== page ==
In today’s global business environment, corruption poses a risk that companies with operations around the world must understand and manage effectively. Those that do reap the benefits. As the Ethisphere Institute points out, the business case is clear: the five year annualized performance of the World’s Most Ethical (WME) Companies Index was 21 percent, beating S&P 500’s 18 percent. Similarly, the ten year annualized performance of the WME Index is, at 11.4 percent, significantly higher than that of S&P 500 at 7.4 percent.
The key to success in ethical business is placing ethics at the center of corporate culture and building strong compliance programs that can mitigate corruption risks. That was the overarching theme of the recent 2014 Europe Ethics Summit: Leadership through Ethics and Governance, hosted in London by the Ethisphere Institute and Thomson Reuters. The Summit was Ethisphere’s first such event in Europe and gathered nearly 150 compliance experts, professionals, and stakeholders.
I had the pleasure of presenting on a panel devoted to managing third party risk on a global scale, moderated by the Director General of Forética Germán Granda, with distinguished co-panelists Catherine Delhaye of Valeo and Peter Harris of IMI plc. As global value chains stretch across national boarders where the quality of governance and enforcement of anti-corruption rules may vary, the ethical behavior of a company’s local business partners becomes of crucial importance. Companies understand this risk and increasingly make efforts to go beyond boilerplate contractual language prohibiting bribes by sharing resources and providing training to their third parties.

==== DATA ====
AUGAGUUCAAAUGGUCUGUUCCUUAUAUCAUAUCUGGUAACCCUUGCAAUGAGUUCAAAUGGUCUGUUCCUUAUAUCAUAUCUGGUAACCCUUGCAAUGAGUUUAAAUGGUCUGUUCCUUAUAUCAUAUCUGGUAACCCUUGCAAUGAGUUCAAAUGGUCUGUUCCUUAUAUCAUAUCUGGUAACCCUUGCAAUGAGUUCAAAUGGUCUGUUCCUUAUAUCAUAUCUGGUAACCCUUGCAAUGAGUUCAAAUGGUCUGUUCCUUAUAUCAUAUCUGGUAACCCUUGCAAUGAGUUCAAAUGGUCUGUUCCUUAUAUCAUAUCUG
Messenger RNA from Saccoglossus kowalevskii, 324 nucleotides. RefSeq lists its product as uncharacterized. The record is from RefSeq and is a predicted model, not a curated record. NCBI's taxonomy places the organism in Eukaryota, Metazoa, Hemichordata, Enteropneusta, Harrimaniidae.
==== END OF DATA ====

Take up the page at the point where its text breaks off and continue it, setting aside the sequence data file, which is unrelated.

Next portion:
From the perspective of the CIPE, I emphasized that these efforts can be multiplied by working with business associations in different countries to help local firms learn best practices on compliance from the ground up.
CIPE has recently launched a guidebook, Anti-Corruption Compliance: A Guide for Mid-Sized Companies in Emerging Markets, to help companies in countries ranging from Kenya to Pakistan think about anti-corruption compliance as a strategic investment and take concrete steps to introduce or strengthen their internal compliance programs. Such programs don’t have to be expensive to be effective as long as local firms understand the basic tools needed to translate their commitment to integrity into daily business operations.
Beyond this company-level focus, CIPE also works with local actors on the policy side to address vague or conflicting rules and regulations that may be contributing to corruption, and to advocate for better enforcement of the rule of law and existing anti-corruption laws. As Sir Mark Moody-Stuart, Chairman of the Foundation for the Global Compact and former Chairman of Royal Dutch Shell, put it at the London Summit, “Alliances between businesses, civil society organizations, and labor organizations are the answer when it comes to changing government behavior.”
Anna Nadgrodkiewicz is Director of Multiregional Programs at CIPE.
Originally posted at CIPE Development Blog